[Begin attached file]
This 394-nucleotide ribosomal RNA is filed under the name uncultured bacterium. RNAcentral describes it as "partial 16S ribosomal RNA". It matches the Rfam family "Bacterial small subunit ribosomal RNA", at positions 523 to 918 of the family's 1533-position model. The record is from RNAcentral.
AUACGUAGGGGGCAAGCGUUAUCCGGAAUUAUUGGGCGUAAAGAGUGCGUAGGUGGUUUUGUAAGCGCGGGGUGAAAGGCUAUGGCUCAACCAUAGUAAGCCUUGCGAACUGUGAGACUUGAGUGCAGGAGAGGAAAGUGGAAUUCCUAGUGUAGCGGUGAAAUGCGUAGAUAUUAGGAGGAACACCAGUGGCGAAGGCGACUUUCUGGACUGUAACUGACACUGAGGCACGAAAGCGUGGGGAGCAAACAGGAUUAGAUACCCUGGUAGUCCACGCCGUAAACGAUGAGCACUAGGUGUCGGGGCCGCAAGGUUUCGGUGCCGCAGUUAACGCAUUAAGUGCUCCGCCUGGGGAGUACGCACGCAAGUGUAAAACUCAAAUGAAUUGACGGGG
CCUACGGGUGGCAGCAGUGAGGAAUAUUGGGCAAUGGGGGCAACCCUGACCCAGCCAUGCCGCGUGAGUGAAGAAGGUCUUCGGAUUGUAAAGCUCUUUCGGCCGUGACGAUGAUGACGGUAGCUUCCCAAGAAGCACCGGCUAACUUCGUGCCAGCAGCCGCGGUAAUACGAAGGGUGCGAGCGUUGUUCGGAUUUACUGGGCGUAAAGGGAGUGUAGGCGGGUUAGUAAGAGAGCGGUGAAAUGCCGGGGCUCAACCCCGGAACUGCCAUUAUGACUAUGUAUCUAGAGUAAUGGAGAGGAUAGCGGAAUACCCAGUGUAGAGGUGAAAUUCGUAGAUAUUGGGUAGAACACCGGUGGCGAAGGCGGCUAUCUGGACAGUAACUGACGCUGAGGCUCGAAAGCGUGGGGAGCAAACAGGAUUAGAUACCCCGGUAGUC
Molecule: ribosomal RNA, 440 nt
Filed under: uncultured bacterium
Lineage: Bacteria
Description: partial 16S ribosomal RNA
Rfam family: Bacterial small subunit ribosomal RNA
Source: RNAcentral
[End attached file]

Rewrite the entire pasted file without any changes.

This 394-nucleotide ribosomal RNA is filed under the name uncultured bacterium. RNAcentral describes it as "partial 16S ribosomal RNA". It matches the Rfam family "Bacterial small subunit ribosomal RNA", at positions 523 to 918 of the family's 1533-position model. The record is from RNAcentral.
AUACGUAGGGGGCAAGCGUUAUCCGGAAUUAUUGGGCGUAAAGAGUGCGUAGGUGGUUUUGUAAGCGCGGGGUGAAAGGCUAUGGCUCAACCAUAGUAAGCCUUGCGAACUGUGAGACUUGAGUGCAGGAGAGGAAAGUGGAAUUCCUAGUGUAGCGGUGAAAUGCGUAGAUAUUAGGAGGAACACCAGUGGCGAAGGCGACUUUCUGGACUGUAACUGACACUGAGGCACGAAAGCGUGGGGAGCAAACAGGAUUAGAUACCCUGGUAGUCCACGCCGUAAACGAUGAGCACUAGGUGUCGGGGCCGCAAGGUUUCGGUGCCGCAGUUAACGCAUUAAGUGCUCCGCCUGGGGAGUACGCACGCAAGUGUAAAACUCAAAUGAAUUGACGGGG
CCUACGGGUGGCAGCAGUGAGGAAUAUUGGGCAAUGGGGGCAACCCUGACCCAGCCAUGCCGCGUGAGUGAAGAAGGUCUUCGGAUUGUAAAGCUCUUUCGGCCGUGACGAUGAUGACGGUAGCUUCCCAAGAAGCACCGGCUAACUUCGUGCCAGCAGCCGCGGUAAUACGAAGGGUGCGAGCGUUGUUCGGAUUUACUGGGCGUAAAGGGAGUGUAGGCGGGUUAGUAAGAGAGCGGUGAAAUGCCGGGGCUCAACCCCGGAACUGCCAUUAUGACUAUGUAUCUAGAGUAAUGGAGAGGAUAGCGGAAUACCCAGUGUAGAGGUGAAAUUCGUAGAUAUUGGGUAGAACACCGGUGGCGAAGGCGGCUAUCUGGACAGUAACUGACGCUGAGGCUCGAAAGCGUGGGGAGCAAACAGGAUUAGAUACCCCGGUAGUC
Molecule: ribosomal RNA, 440 nt
Filed under: uncultured bacterium
Lineage: Bacteria
Description: partial 16S ribosomal RNA
Rfam family: Bacterial small subunit ribosomal RNA
Source: RNAcentral